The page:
Kobus Steenekamp, Managing Director Monsanto SA, explains Monsanto’s reasoning behind their involvement in the project, “ It is a huge honour and privelege for Monsanto to play our part in this project. “Subsistence to Abundance” has the ability to change lives and it is wonderful for us to play our part in transforming the lives of these farmers. To hear Mavis Hlatshwayo, one of the beneficiaries elaborating on how the project changed the lives of the Hereford community is priceless. For these people going to bed hungry was a reality. The “Subsistence to Abundance” project helped them to increase their yields to such an extent that they now have the ability to feed their families, provide for the less fortunate and sell the excess.

Monsanto SA also drives their own projects under the Imbewu enterprise and supplier development grouping. The company donates farm equipment to smallholder farmers. The equipment is still in good working condition, just not being utilized by Monsanto. Another is the Monsanto Grower Programme – aiming to develop previously disadvantaged farmers into becoming viable, sustainable seed grower businesses that can ultimately become part of the Monsanto value chain.

The Seed Re-packing Programme provides the opportunity to individuals to start their own viable and sustainable small packaging businesses and at the same time also be an integral component in the Monsanto value chain. With the Farmer Development Programme, Monsanto aims to equip farmers with the business management skills crucial for farming successfully.

The socio-economic development programme grouping comprises of a variety of projects aiming to develop and support communities. Focus areas include education and awareness, food access and nutrition, security, human rights and awareness.

The Monsanto Woman’s days are annual events with the main purpose of spoiling the farmer’s wives. With these days Monsanto not only thank the woman folk behind the farmers for their continuous and loyal support, it also provides the opportunity for the ladies to become involved in a special Woman’s Day community project. Through the years the ladies opened their hearts and purses and blankets, stationary and personal hygiene products were collected. Last year, it was decided to collect money in aid of a needy agriculture student. This project will continue and the aim is to keep assisting the student until he’ll be able to write doctor behind his name.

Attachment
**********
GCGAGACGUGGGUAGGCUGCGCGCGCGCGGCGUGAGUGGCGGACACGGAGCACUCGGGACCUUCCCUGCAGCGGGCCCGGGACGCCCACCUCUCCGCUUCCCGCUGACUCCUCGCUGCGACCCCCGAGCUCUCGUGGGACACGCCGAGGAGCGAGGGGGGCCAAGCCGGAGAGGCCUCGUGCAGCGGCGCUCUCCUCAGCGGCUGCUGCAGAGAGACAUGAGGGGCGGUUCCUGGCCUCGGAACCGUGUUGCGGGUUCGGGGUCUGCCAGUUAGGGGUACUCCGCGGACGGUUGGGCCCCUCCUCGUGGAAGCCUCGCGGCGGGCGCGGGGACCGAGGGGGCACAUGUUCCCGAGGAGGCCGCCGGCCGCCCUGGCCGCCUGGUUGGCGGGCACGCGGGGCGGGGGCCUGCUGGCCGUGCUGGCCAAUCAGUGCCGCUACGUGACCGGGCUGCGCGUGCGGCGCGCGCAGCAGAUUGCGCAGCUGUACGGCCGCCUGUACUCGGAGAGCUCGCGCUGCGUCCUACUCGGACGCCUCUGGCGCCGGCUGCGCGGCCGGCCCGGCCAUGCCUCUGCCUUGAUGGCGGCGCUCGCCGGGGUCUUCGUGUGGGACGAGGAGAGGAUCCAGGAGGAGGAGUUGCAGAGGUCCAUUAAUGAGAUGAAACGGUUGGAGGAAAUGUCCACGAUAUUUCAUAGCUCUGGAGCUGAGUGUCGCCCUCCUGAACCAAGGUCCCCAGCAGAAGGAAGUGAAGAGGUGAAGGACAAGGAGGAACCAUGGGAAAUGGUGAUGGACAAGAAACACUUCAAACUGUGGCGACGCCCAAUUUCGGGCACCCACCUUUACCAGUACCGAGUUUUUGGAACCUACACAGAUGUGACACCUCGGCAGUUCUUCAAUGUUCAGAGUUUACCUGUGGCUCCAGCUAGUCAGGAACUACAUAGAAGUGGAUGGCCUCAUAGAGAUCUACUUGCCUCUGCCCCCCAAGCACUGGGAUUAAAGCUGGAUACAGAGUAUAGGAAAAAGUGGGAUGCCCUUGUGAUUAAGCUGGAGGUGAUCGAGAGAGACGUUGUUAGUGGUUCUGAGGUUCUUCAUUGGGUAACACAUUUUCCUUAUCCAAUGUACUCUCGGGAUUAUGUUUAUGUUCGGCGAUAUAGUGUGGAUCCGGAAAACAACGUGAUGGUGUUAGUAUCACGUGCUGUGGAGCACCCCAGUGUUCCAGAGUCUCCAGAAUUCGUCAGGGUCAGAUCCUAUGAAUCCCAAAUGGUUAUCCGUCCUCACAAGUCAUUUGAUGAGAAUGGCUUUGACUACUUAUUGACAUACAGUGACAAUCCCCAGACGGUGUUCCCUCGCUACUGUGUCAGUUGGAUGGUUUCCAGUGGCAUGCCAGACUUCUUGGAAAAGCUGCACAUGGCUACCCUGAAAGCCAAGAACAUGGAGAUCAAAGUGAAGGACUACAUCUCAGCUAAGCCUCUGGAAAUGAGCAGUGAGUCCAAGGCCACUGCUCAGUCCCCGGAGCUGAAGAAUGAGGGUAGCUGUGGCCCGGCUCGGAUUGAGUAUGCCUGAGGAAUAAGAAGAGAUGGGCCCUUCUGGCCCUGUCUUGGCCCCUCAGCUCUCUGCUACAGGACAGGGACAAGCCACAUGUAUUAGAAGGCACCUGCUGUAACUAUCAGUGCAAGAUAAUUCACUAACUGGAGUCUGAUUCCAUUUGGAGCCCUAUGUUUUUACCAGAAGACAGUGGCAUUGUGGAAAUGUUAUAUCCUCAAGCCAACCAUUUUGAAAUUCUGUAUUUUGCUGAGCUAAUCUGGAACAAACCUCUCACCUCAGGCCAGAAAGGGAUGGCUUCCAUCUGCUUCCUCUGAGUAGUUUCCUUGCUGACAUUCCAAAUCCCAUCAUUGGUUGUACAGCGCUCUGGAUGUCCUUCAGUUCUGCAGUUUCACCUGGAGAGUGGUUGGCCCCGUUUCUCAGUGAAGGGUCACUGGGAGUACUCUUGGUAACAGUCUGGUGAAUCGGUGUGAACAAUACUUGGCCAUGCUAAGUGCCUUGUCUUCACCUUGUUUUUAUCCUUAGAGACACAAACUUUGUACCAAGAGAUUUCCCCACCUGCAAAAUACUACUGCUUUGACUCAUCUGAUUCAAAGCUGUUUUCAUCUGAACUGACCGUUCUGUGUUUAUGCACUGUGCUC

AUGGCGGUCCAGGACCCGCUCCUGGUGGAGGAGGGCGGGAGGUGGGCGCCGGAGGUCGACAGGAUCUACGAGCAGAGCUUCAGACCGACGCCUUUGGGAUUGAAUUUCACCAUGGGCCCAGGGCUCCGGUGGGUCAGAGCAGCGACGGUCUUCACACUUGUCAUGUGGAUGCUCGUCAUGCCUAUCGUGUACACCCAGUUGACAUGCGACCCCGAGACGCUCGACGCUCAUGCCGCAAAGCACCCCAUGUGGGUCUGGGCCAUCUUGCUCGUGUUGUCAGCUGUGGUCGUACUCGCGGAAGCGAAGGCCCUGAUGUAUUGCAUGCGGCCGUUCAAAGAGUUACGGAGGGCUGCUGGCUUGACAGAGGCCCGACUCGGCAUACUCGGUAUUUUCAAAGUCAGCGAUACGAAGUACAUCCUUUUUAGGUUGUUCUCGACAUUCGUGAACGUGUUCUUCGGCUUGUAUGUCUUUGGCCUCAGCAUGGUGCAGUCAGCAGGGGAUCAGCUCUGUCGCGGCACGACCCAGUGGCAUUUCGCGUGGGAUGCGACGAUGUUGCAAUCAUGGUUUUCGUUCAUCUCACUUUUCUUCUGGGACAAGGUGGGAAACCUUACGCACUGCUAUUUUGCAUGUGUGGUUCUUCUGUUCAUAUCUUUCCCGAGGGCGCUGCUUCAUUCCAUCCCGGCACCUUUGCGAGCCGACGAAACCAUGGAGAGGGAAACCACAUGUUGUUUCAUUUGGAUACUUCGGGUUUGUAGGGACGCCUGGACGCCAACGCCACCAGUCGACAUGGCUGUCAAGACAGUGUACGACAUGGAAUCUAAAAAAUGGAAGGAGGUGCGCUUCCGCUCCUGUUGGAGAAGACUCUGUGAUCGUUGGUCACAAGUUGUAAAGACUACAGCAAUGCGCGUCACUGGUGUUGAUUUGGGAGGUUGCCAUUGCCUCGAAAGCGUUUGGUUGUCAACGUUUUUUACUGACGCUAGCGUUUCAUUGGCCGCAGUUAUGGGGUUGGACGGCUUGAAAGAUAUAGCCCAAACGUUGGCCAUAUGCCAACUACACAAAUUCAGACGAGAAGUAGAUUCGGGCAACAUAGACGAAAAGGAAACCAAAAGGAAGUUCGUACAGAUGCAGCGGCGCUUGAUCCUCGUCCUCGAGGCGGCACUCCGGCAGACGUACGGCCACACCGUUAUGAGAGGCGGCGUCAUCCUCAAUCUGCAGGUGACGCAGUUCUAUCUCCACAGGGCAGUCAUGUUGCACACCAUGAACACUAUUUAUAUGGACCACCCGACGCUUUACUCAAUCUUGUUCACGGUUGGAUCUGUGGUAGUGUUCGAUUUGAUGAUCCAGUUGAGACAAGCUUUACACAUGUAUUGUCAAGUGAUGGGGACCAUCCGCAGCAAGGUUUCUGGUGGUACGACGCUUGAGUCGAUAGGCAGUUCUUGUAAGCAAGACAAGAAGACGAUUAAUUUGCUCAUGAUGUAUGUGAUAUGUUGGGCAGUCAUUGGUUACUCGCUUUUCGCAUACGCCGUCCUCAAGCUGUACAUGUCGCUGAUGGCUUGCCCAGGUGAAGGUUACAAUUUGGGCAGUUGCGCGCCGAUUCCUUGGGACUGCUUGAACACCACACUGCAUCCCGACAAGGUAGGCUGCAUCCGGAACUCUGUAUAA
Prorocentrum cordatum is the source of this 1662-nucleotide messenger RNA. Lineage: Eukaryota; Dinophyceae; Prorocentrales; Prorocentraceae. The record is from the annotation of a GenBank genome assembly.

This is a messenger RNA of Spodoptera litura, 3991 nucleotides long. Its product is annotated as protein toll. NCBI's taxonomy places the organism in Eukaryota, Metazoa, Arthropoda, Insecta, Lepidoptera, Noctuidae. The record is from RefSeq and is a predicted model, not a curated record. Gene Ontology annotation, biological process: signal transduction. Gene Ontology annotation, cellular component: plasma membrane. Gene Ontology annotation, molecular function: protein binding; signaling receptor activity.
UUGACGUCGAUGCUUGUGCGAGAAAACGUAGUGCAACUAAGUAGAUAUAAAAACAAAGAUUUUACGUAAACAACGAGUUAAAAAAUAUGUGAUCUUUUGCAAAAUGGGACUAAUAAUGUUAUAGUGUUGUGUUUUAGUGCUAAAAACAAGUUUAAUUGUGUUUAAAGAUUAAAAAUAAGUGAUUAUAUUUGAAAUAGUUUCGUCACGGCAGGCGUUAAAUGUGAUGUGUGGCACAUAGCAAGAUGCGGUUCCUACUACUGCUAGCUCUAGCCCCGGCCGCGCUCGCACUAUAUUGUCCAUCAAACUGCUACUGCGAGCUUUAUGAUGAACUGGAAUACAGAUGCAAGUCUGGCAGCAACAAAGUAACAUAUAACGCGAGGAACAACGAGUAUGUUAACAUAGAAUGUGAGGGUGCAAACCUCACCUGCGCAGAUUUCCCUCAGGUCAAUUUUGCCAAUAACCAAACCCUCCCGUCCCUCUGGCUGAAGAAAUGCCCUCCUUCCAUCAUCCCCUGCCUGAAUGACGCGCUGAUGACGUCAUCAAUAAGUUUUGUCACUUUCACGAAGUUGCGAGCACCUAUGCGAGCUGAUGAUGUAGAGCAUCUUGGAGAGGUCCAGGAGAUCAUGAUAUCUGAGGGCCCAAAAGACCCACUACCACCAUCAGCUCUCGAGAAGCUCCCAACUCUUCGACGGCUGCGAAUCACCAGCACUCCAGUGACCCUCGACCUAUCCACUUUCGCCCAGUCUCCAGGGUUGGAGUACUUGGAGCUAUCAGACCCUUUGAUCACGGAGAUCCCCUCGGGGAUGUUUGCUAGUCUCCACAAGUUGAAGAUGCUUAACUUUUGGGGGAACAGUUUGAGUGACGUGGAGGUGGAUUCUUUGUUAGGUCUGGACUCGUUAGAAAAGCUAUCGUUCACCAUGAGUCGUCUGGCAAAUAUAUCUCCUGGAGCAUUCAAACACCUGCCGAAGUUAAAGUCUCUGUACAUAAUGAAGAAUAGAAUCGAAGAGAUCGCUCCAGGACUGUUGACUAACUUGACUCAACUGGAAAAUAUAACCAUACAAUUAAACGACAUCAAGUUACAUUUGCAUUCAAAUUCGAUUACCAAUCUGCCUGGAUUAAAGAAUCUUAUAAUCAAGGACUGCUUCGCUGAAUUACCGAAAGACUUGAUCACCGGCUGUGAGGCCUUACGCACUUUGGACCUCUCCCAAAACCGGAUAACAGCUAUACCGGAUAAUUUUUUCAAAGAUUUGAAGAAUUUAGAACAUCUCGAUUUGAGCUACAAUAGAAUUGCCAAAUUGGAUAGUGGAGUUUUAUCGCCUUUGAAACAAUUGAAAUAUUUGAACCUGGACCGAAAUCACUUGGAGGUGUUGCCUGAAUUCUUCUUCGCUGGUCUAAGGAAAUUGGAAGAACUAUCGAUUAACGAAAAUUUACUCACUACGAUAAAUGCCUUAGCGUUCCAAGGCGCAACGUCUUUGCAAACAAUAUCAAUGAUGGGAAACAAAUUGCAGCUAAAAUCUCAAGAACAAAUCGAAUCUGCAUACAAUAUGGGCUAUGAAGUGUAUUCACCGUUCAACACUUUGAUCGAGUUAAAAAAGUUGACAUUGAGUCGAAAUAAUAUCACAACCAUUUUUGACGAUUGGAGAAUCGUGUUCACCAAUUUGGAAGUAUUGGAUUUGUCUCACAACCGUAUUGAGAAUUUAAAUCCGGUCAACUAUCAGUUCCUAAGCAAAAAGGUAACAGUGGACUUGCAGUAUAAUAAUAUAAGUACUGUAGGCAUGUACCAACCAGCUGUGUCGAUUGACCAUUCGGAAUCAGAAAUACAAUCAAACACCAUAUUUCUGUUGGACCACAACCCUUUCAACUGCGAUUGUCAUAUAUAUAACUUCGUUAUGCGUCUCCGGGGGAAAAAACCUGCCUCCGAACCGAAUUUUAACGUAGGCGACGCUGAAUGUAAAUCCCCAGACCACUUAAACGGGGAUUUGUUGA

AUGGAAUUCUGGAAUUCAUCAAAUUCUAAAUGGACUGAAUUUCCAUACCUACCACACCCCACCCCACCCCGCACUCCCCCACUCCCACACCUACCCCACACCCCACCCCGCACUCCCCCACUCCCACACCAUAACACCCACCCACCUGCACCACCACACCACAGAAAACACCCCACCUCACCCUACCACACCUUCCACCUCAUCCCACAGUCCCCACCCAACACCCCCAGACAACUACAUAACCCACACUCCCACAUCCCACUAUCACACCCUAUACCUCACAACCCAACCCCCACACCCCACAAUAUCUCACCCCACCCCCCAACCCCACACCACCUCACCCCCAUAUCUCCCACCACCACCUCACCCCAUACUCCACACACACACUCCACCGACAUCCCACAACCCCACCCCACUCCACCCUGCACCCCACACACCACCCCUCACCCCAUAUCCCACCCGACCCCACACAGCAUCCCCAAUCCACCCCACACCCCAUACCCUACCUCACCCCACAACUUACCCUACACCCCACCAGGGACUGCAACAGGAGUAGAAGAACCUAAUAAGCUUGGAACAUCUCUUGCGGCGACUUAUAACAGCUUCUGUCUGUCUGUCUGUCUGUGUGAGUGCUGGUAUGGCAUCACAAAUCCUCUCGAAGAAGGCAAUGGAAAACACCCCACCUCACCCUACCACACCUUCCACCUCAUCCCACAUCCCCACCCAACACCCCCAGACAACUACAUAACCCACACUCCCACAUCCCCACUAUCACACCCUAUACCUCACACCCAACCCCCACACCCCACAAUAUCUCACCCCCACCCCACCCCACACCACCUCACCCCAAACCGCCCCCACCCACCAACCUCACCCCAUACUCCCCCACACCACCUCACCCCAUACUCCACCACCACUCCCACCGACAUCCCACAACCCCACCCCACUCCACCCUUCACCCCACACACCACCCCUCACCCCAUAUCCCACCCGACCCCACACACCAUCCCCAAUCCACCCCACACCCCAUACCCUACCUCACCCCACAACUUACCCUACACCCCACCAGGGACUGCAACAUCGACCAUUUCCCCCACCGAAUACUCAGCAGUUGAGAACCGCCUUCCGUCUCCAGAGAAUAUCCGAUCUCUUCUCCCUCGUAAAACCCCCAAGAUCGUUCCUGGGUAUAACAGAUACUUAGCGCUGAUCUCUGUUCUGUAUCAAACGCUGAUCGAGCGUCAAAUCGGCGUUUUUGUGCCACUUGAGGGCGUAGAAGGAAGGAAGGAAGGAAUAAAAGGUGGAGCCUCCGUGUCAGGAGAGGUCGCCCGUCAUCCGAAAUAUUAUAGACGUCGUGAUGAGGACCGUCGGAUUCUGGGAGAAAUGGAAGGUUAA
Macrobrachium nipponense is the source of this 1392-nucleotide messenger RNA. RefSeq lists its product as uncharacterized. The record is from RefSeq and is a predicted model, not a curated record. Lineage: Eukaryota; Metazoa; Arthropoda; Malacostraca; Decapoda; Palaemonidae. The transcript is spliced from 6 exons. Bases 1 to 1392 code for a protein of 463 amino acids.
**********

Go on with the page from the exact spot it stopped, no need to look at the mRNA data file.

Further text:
The focus of Monsanto’s human rights programme is on access to water and improved living conditions. Personnel volunteer individually to take part in feeding schemes and other worthy projects but on Mandela Day everybody takes hands and an extensive action is launched. On this day Monsanto people open their hearts for the communities in which they live and work.

The Imbewu model is based on three continuous themes in line with Monsanto’s broader objectives. The first is to empower communities with a sense of self-worth, making it possible for them to eventually make their own decisions regarding their own futures. The second is to promote sustainability and discourage dependence on sponsor funding. Lastly, but by no means less important, is to develop role models that can stand out as examples in their communities. People that can inspire and encourage the people around them to become the best they can ever be.

Kobus Steenekamp explains why transformation is so important for the company, “People working for Monsanto is passionate about their work. Young people apply for internships at our company to be part of a team that really makes a difference in the lives of others.”

“Hearing how the projects we are involved in actually changed people’s lives for the better, is wonderful. No money in the world can pay for that feeling!” according Steenekamp.